“I don’t know that there is much upside at all (to the bill). This is not what we wanted. I’ve been critical of it from the beginning. We had a timeline we set out. The Legislature disagreed with that. We negotiated. We got as many days as we could,” he said, given that a veto-proof majority of lawmakers wanted to lift the mask mandate immediately.

Should Utah’s case counts climb, as they are in other countries as new variants of the coronavirus are forcing lockdowns, Cox said lawmakers can be called back into session to reconsider the mask mandate. He also said he and other governors have been using emergency powers during the pandemic usually reserved for legislatures.

“This really is a legislative decision, he said, adding, “I get to act like a legislature when I declare an emergency. That’s very dangerous and it should be used very rarely. We’ve never had a situation in any of our lifetimes where we’ve had emergencies that have lasted this long, so it’s important to get the Legislature involved.”

The governor said his biggest concern now is getting Utahns vaccinated, not masks, and that he believes “lots of people, most people” will continue to wear them even after the mandate is lifted. Cox, 45, said he will continue to wear a mask until he is fully vaccinated but has not yet gotten a shot.

When it’s his turn, the GOP governor said he’ll get vaccinated in public.

A recent PBS Newshour/NPR/Marist poll found that 30% of Americans — and 49% of Republican men — do not plan on getting vaccinated. It’s a breakdown that Cox said holds true for Utah.

“It’s very likely that Republican males are more hesitant than some others, so my message to them is, ‘Just do it, guys.’ Ironically, that’s the same group that’s probably most adamant that we need to get back to normal as soon as possible,” the governor said, adding there’s also vaccine hesitancy among his fellow rural Utahns.

Cox said he might not be able to change those minds, but “will be leaning heavily on our religious communities to get the message out there,” suggesting that vaccines could be administered in the future as part of church activities. Political organizations and others will also be involved in getting Utahns vaccinated, the governor said.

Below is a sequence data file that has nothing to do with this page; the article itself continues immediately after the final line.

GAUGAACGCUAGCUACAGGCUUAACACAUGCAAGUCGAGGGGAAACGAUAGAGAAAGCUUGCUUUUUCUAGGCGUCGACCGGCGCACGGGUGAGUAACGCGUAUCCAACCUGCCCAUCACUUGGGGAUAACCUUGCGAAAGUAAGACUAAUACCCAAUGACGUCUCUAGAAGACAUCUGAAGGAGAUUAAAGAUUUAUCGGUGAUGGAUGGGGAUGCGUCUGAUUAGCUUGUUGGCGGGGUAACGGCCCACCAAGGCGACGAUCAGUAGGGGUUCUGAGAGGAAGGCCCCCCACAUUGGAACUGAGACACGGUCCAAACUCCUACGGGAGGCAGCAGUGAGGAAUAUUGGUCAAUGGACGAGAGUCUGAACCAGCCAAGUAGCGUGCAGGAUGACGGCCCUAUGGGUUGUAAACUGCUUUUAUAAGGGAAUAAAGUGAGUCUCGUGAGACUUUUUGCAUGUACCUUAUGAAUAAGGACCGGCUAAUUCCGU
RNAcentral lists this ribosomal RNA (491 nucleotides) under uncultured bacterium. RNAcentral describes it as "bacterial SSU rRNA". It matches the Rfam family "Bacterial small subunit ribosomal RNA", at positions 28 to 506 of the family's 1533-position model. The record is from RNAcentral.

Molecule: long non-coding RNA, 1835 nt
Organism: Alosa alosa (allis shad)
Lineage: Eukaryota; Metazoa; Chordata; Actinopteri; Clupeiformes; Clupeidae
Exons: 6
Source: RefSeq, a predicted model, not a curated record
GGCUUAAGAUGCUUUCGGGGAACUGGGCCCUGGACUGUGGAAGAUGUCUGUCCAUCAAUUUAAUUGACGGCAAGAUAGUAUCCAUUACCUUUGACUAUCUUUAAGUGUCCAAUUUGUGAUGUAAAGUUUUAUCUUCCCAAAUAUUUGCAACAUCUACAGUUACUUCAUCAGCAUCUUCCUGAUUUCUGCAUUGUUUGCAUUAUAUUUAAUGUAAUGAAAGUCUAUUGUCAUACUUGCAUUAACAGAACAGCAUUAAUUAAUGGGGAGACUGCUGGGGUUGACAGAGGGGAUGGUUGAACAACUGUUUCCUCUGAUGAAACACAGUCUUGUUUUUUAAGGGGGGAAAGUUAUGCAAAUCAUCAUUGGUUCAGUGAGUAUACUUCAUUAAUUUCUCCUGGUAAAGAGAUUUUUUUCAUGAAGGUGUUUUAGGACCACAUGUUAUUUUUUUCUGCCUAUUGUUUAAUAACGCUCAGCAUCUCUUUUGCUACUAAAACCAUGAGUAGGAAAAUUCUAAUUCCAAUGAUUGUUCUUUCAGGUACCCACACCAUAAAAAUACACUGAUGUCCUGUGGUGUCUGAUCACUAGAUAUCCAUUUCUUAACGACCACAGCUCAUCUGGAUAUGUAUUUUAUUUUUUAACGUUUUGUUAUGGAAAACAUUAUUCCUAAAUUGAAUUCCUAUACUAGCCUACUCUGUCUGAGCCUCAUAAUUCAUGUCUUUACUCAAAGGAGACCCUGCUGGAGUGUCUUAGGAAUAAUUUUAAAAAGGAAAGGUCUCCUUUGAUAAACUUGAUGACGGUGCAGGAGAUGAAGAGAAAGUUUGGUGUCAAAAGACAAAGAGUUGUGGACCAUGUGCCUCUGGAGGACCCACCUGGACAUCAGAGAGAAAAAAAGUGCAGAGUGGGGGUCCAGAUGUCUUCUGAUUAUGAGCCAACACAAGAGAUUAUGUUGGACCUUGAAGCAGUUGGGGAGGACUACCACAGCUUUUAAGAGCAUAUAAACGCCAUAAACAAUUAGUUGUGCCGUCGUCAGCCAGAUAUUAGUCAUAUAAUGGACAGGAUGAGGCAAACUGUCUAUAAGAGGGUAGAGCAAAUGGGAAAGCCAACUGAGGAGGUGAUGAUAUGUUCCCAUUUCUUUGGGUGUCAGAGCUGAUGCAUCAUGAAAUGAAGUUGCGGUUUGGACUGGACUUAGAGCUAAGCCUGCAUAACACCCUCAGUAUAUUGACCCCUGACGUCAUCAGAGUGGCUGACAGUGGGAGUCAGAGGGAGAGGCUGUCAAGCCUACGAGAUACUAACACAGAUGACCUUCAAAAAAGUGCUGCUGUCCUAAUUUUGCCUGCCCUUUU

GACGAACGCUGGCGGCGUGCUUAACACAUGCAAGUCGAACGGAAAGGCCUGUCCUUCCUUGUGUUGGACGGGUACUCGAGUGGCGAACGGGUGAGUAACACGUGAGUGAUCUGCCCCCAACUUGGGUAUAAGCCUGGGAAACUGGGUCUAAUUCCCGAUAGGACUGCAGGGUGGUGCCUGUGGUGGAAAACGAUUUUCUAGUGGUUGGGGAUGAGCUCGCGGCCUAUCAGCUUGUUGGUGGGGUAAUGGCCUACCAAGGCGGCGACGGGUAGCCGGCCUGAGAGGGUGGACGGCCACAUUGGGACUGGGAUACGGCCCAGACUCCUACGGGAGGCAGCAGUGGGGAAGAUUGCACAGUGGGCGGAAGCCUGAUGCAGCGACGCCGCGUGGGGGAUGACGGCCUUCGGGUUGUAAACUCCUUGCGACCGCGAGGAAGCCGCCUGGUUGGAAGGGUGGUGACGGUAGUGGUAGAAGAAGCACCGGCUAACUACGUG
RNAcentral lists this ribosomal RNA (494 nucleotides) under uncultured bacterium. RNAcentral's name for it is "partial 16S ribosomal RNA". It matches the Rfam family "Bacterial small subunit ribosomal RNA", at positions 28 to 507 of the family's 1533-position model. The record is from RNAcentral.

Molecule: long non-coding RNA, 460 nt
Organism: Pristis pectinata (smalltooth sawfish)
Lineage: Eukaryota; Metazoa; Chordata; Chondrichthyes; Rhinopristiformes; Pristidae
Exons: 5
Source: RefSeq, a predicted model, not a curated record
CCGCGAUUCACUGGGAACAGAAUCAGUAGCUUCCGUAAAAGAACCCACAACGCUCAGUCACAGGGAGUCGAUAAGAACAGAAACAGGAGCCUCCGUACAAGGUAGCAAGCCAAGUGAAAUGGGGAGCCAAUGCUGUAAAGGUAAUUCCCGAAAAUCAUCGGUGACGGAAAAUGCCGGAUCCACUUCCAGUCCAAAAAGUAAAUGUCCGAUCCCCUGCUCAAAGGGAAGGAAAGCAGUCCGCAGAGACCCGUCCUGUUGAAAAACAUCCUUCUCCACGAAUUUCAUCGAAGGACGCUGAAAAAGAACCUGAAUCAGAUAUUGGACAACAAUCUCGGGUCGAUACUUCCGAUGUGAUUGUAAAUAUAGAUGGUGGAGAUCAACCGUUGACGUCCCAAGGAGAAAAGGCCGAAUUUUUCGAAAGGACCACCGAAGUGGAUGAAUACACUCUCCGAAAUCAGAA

No deaths caused by COVID-19 vaccines in Utah

Later Thursday, the state health department and Office of the Medical Examiner issued a joint statement about recent news reports of deaths following vaccinations, saying the medical examiner’s office “has determined there have been no deaths caused by the COVID-19 vaccines to date in Utah.”

The statement called on the media “to wait for all the facts to be known prior to reporting information that could lead to undue diminished confidence in these life-saving vaccines,” describing them as “safe and effective. They are how we will end this pandemic.”

The statement said reports of serious side effects will continue to be investigated. “Public confidence in the COVID-19 vaccine is critical, and providing absolute transparency on the vaccine’s side effects is our goal.”

Latest coronavirus numbers

Thursday, 560 new COVID-19 cases were reported by the state health department and five additional deaths from the virus.

There have been 1,080,039 coronavirus vaccine doses administered in the state, a daily increase of 25,312 shots. Just over 394,000 Utahns are fully vaccinated, however. It takes at least two weeks after a final vaccine dose to be fully vaccinated, and two of the vaccines, from Pfizer and Moderna, require two doses as much as 28 days apart.

The rolling seven-day average for positive tests is 484 per day, and another 7,526 Utahns have taken 16,975 tests for the virus since Wednesday. The rolling seven-day average for percent positivity is 4.2% when all test results are counted and 8.4% when multiple tests by an individual in the past 90 days are excluded.

There are now 189 people hospitalized with COVID-19 in Utah, bringing the total hospitalizations in the state from the beginning of the pandemic to 15,223.

Utah’s death toll is now at 2,041 with the five new deaths reported Thursday and the removal of a previously reported death after further investigation. The latest deaths are:

  • Two Salt Lake County women, between the ages of 65 and 84, both hospitalized at time of death.
  • A Utah County woman, older than 85, hospitalized.
  • A Utah County woman, older than 85, not hospitalized.
  • A Wasatch County man, 45-64, hospitalized.